In the 60’s, scientists worried that humans of the future might grow big heads, and not in any metaphorical sense, but quite literally. Voluminous content needs roomy containers. For the brain’s gyri (the ridges), to rise up even higher, and the brain’s silci (crevices) to further deepen, the head of Homo Sapiens must expand.
With all those ridges and crevices unfolded, the today brain would be the size of a pillow. In the future – it might reach, roughly the size of a barn. Or a tool shed. That’s how things stood in the 60’s – scientists predicted away and slightly worried. Hat makers, perhaps, were secretly designing the future oversize haberdashery.
No worries. Wrong alarm. Statistically, over the decades, only waistlines noticeably expanded. Voluminous content needs roomy containers – XXXL size pants with large pockets became such containers. Large pockets is a must – Homo Sapiens needs to accommodate various gadgets that house our virtual brains, accessed often but useless mostly.
What can we say to that? We expected that scientists might be wrong – scientists often are, but we didn’t expect approximately how wrong they would end up being.
Now, let’s head from the head to the extremities.
Scientists at Newcastle University studied an evolutionary advantage of fingers wrinkling caused by soaking hands in water for a long time. Apparently, the grip on wet objects or objects under water has been shown to improve.
“Going back in time this wrinkling of our fingers in wet conditions could have helped with gathering food from wet vegetation or streams. And as we see the effect in our toes too, this may have been an advantage as it may have meant our ancestors were able to get a better footing in the rain.”
When our hands or feet are in water for a long time, we get wrinkles. Once it was believed that this was the result of water passing into the outer layer of the skin making it swell up, but now it’s known that the formation of these wrinkles is an active process. The distinctive wrinkling is caused by blood vessels constricting below the skin controlled by the autonomic nervous system which controls bodily processes such as breathing, heart rate and perspiration.”
Very well then, our Mesolithic ancestors foraged for food in rivers and rock pools, and evolution helped them to hold on to that pesky slippery trout, not to slip on slimy rocks and let the catch get away.
“This raises the question of why we don’t have permanently wrinkled fingers and we’d like to examine this further. Our initial thoughts are that this could diminish the sensitivity in our fingertips or could increase the risk of damage through catching on objects.”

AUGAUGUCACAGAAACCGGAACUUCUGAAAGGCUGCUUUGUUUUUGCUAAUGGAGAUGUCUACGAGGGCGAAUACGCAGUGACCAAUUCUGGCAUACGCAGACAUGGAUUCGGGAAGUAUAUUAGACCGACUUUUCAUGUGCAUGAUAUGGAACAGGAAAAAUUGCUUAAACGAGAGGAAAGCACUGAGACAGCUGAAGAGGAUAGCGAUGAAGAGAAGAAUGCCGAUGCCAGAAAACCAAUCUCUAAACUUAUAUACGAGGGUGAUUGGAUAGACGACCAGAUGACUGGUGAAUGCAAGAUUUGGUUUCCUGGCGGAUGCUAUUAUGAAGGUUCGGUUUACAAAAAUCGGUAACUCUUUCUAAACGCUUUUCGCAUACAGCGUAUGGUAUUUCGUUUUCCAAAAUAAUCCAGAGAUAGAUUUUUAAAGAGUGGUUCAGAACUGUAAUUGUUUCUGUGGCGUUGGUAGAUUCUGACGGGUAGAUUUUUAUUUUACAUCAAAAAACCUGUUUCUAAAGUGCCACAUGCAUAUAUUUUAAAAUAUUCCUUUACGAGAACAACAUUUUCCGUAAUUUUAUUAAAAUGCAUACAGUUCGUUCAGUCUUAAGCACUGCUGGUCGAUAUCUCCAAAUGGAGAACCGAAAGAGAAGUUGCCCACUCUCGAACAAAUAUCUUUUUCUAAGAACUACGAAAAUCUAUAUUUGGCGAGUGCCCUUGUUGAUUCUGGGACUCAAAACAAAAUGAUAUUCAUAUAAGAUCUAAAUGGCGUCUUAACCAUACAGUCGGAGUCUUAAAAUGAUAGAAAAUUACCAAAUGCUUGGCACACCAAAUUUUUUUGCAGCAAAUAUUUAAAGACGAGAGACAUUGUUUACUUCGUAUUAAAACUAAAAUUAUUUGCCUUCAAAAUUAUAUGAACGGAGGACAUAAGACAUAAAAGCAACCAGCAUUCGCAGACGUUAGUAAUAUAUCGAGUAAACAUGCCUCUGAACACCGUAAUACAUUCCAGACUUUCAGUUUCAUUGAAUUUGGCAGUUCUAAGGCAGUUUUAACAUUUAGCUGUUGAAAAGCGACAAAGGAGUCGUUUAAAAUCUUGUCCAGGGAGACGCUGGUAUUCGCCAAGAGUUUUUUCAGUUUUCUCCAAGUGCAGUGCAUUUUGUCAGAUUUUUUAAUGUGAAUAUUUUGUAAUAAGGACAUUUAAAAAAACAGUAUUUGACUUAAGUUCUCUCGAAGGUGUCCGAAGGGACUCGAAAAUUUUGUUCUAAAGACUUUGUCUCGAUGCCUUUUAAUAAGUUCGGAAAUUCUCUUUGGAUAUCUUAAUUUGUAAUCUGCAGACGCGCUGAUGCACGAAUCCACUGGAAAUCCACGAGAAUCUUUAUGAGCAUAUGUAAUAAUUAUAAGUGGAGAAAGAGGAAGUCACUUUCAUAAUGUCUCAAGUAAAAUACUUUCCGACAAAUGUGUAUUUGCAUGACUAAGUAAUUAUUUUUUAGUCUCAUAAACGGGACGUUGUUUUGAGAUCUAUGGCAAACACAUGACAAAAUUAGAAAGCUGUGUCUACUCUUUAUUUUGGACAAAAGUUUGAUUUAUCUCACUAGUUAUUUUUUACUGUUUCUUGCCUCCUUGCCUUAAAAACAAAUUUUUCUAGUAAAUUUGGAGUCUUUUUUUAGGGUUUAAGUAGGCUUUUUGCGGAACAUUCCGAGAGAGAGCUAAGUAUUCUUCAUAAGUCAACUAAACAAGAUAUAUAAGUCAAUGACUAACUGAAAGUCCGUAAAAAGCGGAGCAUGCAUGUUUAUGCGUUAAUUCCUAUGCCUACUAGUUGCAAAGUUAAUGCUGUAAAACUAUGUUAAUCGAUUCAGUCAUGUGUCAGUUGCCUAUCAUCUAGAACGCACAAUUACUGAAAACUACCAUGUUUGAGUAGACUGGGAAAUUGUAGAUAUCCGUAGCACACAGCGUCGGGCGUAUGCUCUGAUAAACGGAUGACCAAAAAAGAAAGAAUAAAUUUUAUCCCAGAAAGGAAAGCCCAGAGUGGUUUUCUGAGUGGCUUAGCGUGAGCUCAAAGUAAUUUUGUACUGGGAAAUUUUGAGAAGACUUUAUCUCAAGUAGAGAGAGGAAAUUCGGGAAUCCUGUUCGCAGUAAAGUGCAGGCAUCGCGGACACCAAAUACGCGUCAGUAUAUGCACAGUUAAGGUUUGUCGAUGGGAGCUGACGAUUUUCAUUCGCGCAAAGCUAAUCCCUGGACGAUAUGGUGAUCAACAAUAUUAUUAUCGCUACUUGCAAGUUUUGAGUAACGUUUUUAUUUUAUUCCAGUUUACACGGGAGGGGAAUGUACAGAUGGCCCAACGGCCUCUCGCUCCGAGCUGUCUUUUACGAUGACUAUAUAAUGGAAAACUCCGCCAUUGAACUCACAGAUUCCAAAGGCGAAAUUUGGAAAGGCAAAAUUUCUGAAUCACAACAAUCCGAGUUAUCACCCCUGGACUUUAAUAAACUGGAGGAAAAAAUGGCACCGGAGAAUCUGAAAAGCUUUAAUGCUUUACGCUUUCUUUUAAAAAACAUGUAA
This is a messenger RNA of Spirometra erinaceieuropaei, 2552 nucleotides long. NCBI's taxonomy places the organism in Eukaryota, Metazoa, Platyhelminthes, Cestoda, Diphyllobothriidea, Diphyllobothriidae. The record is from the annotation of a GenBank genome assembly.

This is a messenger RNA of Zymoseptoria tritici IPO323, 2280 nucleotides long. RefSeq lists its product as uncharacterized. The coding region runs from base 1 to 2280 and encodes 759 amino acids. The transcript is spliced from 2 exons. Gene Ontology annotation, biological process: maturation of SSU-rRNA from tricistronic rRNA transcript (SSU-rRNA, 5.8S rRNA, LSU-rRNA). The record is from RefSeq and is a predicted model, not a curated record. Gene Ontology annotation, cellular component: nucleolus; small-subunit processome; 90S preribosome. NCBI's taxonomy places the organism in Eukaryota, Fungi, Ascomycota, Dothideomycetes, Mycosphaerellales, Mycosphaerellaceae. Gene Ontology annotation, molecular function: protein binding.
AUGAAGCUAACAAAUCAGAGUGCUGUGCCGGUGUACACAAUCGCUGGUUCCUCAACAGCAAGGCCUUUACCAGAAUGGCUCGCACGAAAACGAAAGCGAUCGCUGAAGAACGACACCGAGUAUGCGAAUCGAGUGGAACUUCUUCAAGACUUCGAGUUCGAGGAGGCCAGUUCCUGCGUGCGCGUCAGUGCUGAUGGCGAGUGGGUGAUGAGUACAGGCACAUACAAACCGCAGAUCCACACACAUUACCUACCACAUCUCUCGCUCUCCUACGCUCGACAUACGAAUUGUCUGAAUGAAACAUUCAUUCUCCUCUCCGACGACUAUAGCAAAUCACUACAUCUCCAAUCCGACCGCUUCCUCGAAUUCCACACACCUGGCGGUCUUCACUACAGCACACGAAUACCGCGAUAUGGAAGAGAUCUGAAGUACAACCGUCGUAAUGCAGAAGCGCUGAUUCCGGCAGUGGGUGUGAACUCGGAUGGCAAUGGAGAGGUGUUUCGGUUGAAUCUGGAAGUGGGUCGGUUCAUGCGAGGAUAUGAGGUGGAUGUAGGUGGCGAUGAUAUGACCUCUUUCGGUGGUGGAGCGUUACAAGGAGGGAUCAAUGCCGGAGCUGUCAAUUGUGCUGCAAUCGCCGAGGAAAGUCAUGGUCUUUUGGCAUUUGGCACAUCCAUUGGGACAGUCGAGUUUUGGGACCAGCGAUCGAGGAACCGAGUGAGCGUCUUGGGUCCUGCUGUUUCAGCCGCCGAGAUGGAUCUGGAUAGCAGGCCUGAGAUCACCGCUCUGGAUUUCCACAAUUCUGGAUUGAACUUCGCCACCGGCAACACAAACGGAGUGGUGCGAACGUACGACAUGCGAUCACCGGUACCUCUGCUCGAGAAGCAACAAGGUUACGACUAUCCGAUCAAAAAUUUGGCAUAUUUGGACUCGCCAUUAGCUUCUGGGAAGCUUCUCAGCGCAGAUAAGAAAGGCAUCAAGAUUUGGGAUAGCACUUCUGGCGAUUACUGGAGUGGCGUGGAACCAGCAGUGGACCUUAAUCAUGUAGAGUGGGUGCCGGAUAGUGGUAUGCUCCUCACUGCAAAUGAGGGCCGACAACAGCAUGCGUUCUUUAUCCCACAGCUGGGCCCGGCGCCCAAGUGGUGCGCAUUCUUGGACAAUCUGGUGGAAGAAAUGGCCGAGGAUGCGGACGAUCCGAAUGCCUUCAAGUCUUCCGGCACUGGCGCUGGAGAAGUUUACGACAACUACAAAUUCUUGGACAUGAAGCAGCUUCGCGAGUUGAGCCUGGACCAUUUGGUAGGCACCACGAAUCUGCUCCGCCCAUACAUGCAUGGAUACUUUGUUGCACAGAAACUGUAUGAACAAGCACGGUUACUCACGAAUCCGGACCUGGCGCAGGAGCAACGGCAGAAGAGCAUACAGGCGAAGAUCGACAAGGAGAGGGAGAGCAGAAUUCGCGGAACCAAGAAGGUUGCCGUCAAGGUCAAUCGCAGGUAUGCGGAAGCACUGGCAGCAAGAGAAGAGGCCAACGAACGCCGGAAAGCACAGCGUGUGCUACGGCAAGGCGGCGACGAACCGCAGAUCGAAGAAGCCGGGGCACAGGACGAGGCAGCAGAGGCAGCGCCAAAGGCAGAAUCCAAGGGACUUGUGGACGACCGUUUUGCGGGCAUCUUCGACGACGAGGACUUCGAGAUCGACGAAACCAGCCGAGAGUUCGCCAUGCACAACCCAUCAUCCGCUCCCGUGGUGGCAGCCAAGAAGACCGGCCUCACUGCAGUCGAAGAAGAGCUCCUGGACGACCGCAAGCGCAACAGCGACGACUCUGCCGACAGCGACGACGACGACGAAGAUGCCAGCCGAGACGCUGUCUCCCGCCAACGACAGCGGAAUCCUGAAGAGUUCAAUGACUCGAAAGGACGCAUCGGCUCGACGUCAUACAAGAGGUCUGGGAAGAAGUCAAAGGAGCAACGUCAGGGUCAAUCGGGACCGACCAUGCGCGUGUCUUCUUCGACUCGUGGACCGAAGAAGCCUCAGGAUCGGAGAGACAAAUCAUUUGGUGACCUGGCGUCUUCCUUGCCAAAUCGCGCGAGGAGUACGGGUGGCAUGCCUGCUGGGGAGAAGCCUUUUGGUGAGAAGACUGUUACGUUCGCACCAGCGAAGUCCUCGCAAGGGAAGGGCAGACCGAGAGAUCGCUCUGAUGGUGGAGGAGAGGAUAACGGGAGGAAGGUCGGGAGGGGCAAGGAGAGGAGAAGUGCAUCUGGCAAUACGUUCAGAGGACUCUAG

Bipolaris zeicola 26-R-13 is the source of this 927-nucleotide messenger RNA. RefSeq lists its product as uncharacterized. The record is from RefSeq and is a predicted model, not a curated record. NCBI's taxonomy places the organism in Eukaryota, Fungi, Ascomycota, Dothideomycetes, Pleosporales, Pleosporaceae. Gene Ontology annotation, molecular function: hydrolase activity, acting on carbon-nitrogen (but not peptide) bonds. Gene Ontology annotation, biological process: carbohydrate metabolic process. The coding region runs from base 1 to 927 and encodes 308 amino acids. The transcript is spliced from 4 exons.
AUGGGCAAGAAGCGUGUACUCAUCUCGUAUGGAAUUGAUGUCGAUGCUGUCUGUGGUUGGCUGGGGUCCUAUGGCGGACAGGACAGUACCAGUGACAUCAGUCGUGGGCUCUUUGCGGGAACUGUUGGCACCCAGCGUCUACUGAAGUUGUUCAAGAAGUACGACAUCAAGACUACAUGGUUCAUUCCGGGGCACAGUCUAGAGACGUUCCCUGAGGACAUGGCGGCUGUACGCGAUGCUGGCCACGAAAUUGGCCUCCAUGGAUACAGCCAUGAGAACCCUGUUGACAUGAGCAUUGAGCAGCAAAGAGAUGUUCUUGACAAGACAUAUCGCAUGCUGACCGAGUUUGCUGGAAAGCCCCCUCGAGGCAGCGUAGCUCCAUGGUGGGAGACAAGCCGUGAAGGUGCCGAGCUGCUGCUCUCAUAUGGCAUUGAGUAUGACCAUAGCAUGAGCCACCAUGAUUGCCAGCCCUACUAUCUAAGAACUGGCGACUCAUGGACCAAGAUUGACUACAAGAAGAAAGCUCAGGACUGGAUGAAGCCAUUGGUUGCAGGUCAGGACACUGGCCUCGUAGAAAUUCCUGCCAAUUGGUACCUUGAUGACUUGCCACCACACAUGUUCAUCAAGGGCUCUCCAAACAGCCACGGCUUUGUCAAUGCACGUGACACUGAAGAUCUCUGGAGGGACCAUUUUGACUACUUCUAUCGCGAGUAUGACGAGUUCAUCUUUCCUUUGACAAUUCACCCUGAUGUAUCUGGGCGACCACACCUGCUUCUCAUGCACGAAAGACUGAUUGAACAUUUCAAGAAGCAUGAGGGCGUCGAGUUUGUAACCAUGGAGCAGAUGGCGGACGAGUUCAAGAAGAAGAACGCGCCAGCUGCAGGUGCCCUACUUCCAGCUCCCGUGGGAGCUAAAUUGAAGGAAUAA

But of course! You caught a fish and your first thought (Your instinct! Your second nature!) is to get a hold of your smartphone and snap a picture of it, then sent a text to everyone in the universe about your fab achievement, then twit, then Google Fresh water fish of the Nothern Hemosphere for the scientific name of your (by then perhaps already dead) trophy, update your Facebook where you are friend with everyone you know since kindergarten and their friends with this bit of info.
By now — have you noticed? — your fingers no longer resemble flesh-colored prunes. Thankfully, Mother Nature foresaw your social media acumen and unwrinkled your digits to its smooth texture on this sunny afternoon of the Digital Age. You do need smooth, narrow fingers to use what’s in your pocket seems to have more neurons than your average size brain.
Those smooth and narrow digits, and losing touch with the physical world, actually worry people — scientific and near-so.
What was the future for fingers, as tools, in the digital age? Where the latest interface is a touch which is smooth and feather-light, where the human to machine commands are advancing to be spoken, or breathed, or blinked, even transmitted by brain waves, would finger-work be the preserve of artists and childs-play? …But in the digital age would there be pages still to turn, tendrils to be untangled, a place for hard key-strokes, not simply passing swipes? Christine Finn,Archaeologist, Journalist; Author, Artifacts
Another anxious person, Susan Blackmore, Psychologist; Author, Consciousness: An Introduction, is seriously worrying about loosing our digits’ wrinkles in the Digital Age:
Our hands now spend little time making or growing things and a lot of time pressing keys and touching screens… Our evolved desires for fun, competition, and communication lead us into ever vaster realms of online information and away from the people right next to us. And who are ‘we’? Our selves, too, are changing as they disconnect from our bodies, becoming as much the person who exists on multiple websites and forums as the physical body who acts and interacts right here and now—as much a digitally propagated entity as the man now holding my hand in his.
My question is, indeed, And who are ‘we’? And how many “we”s of this world should be really-really-really concerned about their fingers going all smooth, narrow and unable to form churches and steeples, or peel an orange, as Ms. Blackmore worries.
My personal worry is this: Now, and even more so in the future, the world seem to need more and more of everything — gadgets notwithstanding. How many wrinkled hands it takes now, and would be needed in the future, to put those gadgets together and deposit them into the hands of those with smooth digits, who worry about loosing touch with the physical world?
This sentence seemed to have written itself, and didn’t do a very good job at it. Ah, well…